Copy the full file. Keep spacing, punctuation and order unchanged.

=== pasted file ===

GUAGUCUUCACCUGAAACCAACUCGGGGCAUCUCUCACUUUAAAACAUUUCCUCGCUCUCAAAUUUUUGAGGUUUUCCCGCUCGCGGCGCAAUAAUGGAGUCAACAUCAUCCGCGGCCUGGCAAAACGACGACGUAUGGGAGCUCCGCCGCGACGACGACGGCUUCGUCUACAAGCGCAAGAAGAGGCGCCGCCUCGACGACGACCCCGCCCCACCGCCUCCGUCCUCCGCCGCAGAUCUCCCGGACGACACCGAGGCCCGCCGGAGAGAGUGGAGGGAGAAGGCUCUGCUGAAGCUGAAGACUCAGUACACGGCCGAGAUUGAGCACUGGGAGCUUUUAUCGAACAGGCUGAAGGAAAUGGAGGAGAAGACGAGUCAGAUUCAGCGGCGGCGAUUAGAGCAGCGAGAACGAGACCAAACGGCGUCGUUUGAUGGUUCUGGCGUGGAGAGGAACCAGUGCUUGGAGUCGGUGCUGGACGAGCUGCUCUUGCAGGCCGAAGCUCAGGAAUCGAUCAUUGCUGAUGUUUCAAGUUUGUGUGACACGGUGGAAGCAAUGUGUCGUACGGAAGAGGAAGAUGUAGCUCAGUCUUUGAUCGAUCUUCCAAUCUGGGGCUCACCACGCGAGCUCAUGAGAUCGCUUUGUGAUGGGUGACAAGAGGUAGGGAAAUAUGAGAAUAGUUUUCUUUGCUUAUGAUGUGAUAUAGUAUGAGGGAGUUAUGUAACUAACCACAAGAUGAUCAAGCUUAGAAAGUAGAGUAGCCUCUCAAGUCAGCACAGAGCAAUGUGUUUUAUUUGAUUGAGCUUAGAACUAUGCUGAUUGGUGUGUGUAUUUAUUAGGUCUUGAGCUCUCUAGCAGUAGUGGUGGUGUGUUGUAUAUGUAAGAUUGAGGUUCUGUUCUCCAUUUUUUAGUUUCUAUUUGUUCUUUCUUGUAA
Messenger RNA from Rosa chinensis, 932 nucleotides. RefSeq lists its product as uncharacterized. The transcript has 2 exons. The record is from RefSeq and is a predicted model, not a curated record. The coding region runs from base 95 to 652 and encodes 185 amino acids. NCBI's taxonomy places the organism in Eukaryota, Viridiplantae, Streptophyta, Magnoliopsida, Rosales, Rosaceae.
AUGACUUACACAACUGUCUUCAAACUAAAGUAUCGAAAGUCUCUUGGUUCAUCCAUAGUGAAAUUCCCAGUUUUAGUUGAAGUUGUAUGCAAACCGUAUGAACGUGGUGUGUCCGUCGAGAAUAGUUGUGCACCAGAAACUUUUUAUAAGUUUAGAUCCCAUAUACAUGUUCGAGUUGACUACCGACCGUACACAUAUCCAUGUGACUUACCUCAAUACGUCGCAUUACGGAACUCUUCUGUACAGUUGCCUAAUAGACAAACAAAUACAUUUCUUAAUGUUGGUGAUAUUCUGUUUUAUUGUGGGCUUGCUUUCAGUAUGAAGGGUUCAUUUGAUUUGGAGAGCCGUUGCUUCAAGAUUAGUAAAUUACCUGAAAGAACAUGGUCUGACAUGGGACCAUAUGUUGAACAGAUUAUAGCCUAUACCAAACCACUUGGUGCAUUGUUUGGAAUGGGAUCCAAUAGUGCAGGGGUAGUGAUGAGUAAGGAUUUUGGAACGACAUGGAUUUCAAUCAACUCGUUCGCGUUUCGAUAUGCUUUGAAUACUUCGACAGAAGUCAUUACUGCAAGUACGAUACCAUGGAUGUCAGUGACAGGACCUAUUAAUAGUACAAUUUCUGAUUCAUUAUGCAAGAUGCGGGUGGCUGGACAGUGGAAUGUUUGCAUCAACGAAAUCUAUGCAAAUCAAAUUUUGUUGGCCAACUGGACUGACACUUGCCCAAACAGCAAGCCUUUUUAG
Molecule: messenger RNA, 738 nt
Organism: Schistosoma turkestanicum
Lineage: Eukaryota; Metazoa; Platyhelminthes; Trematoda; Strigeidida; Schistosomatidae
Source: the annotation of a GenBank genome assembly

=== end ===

GUAGUCUUCACCUGAAACCAACUCGGGGCAUCUCUCACUUUAAAACAUUUCCUCGCUCUCAAAUUUUUGAGGUUUUCCCGCUCGCGGCGCAAUAAUGGAGUCAACAUCAUCCGCGGCCUGGCAAAACGACGACGUAUGGGAGCUCCGCCGCGACGACGACGGCUUCGUCUACAAGCGCAAGAAGAGGCGCCGCCUCGACGACGACCCCGCCCCACCGCCUCCGUCCUCCGCCGCAGAUCUCCCGGACGACACCGAGGCCCGCCGGAGAGAGUGGAGGGAGAAGGCUCUGCUGAAGCUGAAGACUCAGUACACGGCCGAGAUUGAGCACUGGGAGCUUUUAUCGAACAGGCUGAAGGAAAUGGAGGAGAAGACGAGUCAGAUUCAGCGGCGGCGAUUAGAGCAGCGAGAACGAGACCAAACGGCGUCGUUUGAUGGUUCUGGCGUGGAGAGGAACCAGUGCUUGGAGUCGGUGCUGGACGAGCUGCUCUUGCAGGCCGAAGCUCAGGAAUCGAUCAUUGCUGAUGUUUCAAGUUUGUGUGACACGGUGGAAGCAAUGUGUCGUACGGAAGAGGAAGAUGUAGCUCAGUCUUUGAUCGAUCUUCCAAUCUGGGGCUCACCACGCGAGCUCAUGAGAUCGCUUUGUGAUGGGUGACAAGAGGUAGGGAAAUAUGAGAAUAGUUUUCUUUGCUUAUGAUGUGAUAUAGUAUGAGGGAGUUAUGUAACUAACCACAAGAUGAUCAAGCUUAGAAAGUAGAGUAGCCUCUCAAGUCAGCACAGAGCAAUGUGUUUUAUUUGAUUGAGCUUAGAACUAUGCUGAUUGGUGUGUGUAUUUAUUAGGUCUUGAGCUCUCUAGCAGUAGUGGUGGUGUGUUGUAUAUGUAAGAUUGAGGUUCUGUUCUCCAUUUUUUAGUUUCUAUUUGUUCUUUCUUGUAA
Messenger RNA from Rosa chinensis, 932 nucleotides. RefSeq lists its product as uncharacterized. The transcript has 2 exons. The record is from RefSeq and is a predicted model, not a curated record. The coding region runs from base 95 to 652 and encodes 185 amino acids. NCBI's taxonomy places the organism in Eukaryota, Viridiplantae, Streptophyta, Magnoliopsida, Rosales, Rosaceae.
AUGACUUACACAACUGUCUUCAAACUAAAGUAUCGAAAGUCUCUUGGUUCAUCCAUAGUGAAAUUCCCAGUUUUAGUUGAAGUUGUAUGCAAACCGUAUGAACGUGGUGUGUCCGUCGAGAAUAGUUGUGCACCAGAAACUUUUUAUAAGUUUAGAUCCCAUAUACAUGUUCGAGUUGACUACCGACCGUACACAUAUCCAUGUGACUUACCUCAAUACGUCGCAUUACGGAACUCUUCUGUACAGUUGCCUAAUAGACAAACAAAUACAUUUCUUAAUGUUGGUGAUAUUCUGUUUUAUUGUGGGCUUGCUUUCAGUAUGAAGGGUUCAUUUGAUUUGGAGAGCCGUUGCUUCAAGAUUAGUAAAUUACCUGAAAGAACAUGGUCUGACAUGGGACCAUAUGUUGAACAGAUUAUAGCCUAUACCAAACCACUUGGUGCAUUGUUUGGAAUGGGAUCCAAUAGUGCAGGGGUAGUGAUGAGUAAGGAUUUUGGAACGACAUGGAUUUCAAUCAACUCGUUCGCGUUUCGAUAUGCUUUGAAUACUUCGACAGAAGUCAUUACUGCAAGUACGAUACCAUGGAUGUCAGUGACAGGACCUAUUAAUAGUACAAUUUCUGAUUCAUUAUGCAAGAUGCGGGUGGCUGGACAGUGGAAUGUUUGCAUCAACGAAAUCUAUGCAAAUCAAAUUUUGUUGGCCAACUGGACUGACACUUGCCCAAACAGCAAGCCUUUUUAG
Molecule: messenger RNA, 738 nt
Organism: Schistosoma turkestanicum
Lineage: Eukaryota; Metazoa; Platyhelminthes; Trematoda; Strigeidida; Schistosomatidae
Source: the annotation of a GenBank genome assembly